Cynthia Enloe questioned, “Where are the women?”, referring to the meagre 18.6% of the women in world’s political office years back. However, according to the UN Women, pictures still look bleak for women, with only 22.8% of all national parliamentarians as women as of June 2016, and as of October 2017, only 11 women are serving as heads of states and 12 are serving as heads of governments today.

The sad Indian story
The world’s largest democracy has been an utter failure when it comes to women representation in the parliament, let alone those wishing to be a significant part of the ‘game’. India is sadly at the 103rd place out of 140 countries with a mere 12% representation. Among the Asian countries, India stands at the 13th position out of 18 countries while countries like South Sudan and Saudi Arabia have faired better in bringing women to parliament than India.
The detailed article titled ‘Glass ceilings in state cabinets’ (The Hindu, 16 February, 2015) studied and reported on the status of women representation in the ministries; it is low, and often restricted to certain portfolios.
“With all state assemblies put together, 360 of the country’s 4,120 MLAs – or nine percent – are women.” The Hindu’s analysis of data compiled by Bhanupriya Rao, an open data campaigner and an RTI activist, however, shows just 39 of the 568 ministers in state governments, or less than seven percent, are women. Fewer still are cabinet ministers.
“Two states and one union territory – Nagaland, Mizoram and Puducherry – have no women MLAs at all.” Quite a shock isn’t it? “Four additional states – Delhi, Uttar Pradesh, Telangana and Punjab – have women MLAs, but no women ministers. Nearly 12 percent of Punjab’s assembly comprises women, while Telangana, Delhi and Uttar Pradesh have close to 10 percent women MLAs, yet none of these states have a woman minister.”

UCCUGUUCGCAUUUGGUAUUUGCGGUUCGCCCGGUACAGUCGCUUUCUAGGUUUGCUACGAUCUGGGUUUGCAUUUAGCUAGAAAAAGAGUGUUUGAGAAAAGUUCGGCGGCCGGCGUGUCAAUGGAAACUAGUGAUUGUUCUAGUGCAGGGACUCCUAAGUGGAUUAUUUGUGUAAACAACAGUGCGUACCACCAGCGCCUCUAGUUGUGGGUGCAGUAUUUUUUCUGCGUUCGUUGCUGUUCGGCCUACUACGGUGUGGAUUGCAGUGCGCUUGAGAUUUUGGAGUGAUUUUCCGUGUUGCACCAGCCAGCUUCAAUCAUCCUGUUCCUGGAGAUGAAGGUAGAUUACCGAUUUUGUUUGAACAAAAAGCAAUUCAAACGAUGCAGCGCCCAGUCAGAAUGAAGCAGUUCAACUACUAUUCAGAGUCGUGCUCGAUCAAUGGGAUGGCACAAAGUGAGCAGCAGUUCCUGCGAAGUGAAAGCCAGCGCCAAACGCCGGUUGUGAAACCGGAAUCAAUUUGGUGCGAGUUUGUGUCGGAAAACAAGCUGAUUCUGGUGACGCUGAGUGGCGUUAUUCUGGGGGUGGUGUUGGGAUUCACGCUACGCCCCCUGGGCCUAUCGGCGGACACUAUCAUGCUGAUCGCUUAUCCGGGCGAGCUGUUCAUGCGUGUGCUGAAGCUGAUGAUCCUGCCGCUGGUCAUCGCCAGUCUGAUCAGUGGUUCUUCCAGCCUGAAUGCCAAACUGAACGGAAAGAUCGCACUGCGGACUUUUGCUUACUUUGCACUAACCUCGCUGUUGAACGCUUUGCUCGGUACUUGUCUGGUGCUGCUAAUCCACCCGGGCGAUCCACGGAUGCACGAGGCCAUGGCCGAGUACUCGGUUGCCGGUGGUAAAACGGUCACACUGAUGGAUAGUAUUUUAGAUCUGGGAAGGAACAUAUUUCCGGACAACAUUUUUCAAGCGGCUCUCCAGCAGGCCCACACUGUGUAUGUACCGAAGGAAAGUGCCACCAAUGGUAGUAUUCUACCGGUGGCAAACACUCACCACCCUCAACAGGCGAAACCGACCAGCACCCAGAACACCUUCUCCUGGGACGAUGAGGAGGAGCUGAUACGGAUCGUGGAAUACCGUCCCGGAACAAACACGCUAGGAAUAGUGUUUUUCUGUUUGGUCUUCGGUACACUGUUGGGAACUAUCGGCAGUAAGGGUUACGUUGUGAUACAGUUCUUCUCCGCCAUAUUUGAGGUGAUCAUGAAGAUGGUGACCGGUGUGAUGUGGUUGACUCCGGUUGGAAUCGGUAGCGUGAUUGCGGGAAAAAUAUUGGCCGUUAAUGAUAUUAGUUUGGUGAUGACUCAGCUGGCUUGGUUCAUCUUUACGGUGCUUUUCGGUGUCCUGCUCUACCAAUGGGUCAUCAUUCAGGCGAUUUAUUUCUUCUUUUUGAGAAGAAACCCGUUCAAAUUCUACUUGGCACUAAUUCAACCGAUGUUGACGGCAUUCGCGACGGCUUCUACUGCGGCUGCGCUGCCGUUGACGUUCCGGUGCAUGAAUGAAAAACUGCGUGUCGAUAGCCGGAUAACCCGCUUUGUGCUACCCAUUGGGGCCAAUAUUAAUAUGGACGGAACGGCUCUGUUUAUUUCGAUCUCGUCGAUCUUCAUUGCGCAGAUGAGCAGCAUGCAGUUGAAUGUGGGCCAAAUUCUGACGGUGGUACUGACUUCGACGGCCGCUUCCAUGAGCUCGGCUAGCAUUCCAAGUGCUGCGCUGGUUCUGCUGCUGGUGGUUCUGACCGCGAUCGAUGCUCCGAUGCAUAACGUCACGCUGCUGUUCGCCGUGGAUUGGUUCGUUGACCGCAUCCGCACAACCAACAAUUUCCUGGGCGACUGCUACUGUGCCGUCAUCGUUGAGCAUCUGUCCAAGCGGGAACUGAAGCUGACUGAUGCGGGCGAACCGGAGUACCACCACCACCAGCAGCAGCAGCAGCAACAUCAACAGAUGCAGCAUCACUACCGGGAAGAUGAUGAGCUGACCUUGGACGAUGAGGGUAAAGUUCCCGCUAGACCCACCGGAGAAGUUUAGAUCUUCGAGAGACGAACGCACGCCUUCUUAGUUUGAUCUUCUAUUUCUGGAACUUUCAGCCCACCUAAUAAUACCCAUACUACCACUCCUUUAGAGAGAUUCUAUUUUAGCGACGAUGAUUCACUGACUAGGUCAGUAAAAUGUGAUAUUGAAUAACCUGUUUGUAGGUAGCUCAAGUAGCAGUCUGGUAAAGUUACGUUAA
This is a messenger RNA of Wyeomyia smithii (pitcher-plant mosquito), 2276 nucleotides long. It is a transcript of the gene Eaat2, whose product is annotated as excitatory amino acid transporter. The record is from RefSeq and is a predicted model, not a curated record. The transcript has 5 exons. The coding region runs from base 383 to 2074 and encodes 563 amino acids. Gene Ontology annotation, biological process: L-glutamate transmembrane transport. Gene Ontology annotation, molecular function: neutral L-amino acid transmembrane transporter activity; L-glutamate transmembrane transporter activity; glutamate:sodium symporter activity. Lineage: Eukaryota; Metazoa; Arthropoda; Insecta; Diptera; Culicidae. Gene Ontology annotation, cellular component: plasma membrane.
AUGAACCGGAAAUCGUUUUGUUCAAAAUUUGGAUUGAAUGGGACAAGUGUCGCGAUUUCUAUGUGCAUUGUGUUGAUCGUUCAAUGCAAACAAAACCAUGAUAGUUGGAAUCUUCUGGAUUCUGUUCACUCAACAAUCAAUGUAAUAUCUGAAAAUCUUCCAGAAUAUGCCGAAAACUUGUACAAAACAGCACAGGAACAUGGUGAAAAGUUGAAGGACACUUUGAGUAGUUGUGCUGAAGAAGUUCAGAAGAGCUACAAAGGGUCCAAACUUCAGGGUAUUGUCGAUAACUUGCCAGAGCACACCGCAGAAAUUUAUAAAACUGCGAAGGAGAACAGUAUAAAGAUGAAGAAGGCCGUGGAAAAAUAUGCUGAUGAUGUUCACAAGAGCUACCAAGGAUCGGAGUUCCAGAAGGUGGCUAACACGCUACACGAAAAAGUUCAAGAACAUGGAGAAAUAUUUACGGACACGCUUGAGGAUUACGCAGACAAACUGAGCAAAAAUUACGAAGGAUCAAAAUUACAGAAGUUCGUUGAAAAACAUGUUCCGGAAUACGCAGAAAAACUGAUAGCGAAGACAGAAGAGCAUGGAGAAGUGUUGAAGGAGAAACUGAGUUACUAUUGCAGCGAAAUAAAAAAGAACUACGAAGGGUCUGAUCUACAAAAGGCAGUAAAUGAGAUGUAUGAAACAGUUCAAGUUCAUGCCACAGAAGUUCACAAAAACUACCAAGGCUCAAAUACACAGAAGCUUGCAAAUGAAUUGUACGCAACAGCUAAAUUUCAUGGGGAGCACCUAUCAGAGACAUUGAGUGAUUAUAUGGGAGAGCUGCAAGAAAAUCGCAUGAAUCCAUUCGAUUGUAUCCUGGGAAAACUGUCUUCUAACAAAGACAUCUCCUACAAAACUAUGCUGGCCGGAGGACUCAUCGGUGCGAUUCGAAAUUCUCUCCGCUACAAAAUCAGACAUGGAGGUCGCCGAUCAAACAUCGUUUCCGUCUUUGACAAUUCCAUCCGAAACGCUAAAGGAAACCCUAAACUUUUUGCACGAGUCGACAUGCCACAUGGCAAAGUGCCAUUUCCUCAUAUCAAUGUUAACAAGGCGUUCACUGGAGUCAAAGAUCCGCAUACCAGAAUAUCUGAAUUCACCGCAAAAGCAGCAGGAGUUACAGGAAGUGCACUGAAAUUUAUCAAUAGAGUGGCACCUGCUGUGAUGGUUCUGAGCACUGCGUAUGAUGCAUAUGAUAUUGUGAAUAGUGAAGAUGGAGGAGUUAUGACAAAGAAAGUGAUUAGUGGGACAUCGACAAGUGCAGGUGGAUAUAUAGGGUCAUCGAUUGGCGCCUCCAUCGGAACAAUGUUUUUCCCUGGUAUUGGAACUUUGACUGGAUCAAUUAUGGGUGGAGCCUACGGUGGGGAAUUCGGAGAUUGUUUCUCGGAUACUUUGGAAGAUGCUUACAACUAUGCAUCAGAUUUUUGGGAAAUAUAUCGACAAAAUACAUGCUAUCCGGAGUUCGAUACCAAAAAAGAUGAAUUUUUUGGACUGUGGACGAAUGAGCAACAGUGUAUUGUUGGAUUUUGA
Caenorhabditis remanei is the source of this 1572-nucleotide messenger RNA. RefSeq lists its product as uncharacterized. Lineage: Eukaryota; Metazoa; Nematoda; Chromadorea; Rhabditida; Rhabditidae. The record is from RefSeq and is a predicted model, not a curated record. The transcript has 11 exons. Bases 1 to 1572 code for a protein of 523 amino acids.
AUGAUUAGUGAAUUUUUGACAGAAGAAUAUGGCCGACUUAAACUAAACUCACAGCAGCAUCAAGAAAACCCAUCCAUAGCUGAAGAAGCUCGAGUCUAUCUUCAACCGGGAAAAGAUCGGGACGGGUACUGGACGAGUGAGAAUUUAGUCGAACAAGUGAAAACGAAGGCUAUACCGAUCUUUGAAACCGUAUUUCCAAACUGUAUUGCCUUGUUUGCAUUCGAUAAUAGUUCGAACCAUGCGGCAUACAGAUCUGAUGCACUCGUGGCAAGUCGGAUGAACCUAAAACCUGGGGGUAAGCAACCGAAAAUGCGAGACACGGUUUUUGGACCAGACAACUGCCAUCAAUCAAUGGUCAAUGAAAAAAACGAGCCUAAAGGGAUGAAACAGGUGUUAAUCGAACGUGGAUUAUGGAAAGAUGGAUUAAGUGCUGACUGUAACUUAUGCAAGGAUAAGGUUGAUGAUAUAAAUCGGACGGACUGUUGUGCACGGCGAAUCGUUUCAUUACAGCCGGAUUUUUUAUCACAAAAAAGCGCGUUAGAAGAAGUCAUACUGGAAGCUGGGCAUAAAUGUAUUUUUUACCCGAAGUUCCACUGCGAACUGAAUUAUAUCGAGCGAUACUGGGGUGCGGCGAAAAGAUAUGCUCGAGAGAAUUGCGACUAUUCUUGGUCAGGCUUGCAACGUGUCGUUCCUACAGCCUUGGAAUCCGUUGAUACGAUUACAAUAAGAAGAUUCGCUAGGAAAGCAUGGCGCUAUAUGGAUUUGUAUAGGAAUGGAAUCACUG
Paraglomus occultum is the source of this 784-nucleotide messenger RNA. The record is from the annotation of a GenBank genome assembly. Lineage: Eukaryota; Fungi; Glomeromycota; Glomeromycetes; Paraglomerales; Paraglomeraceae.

Why do we ‘celebrate’ Women’s Day every year? Mere compliments, messages and flowers are not the marks of Women’s Day, and the celebration will be real only when we have understood and achieved its meaning.
Just to remind you readers about the Constitution (108th Amendment) Bill – which is a lapsed bill in India now – had proposed to reserve 33 percent of all seats in the lower house of the parliament, the Lok Sabha, and in all state legislative assemblies, for women. The upper house, the Rajya Sabha, passed the bill way back in 2010, but as of February 2014, the Lok Sabha has not yet voted on the bill. Can we ask why?
As the 2019 general elections are nearing, we will not be surprised to hear from all the political parties about the reservation – women empowerment and other rhetoric. But soon, they too shall fade.
Empowerment is not just in the reservation – empowerment isn’t in ‘giving’ the seats but in evolving from the archaic-feudal-patriarchal mindset, which I believe is a long way to go. Some of this have been well displayed in the assembly itself – the most exemplary one is that of JDU leader Sharad Yadav, who, when opposing the women’s bill, said the bill would only benefit the well-off in the cities, describing well-off women as ”Par kati auratein (women with short hair).”
Similarly, men are not very happy when women are ‘loud’. Congress MP Sanjay Nirupam to BJP MP Smriti Irani: “It’s only four days of your entry into politics and you have become a political analyst” and “Aap toh TV pe thumke lagati thi, aaj chunavi vishleshak ban gayi (You were shaking your hips on TV, and now you have become a psephologist).”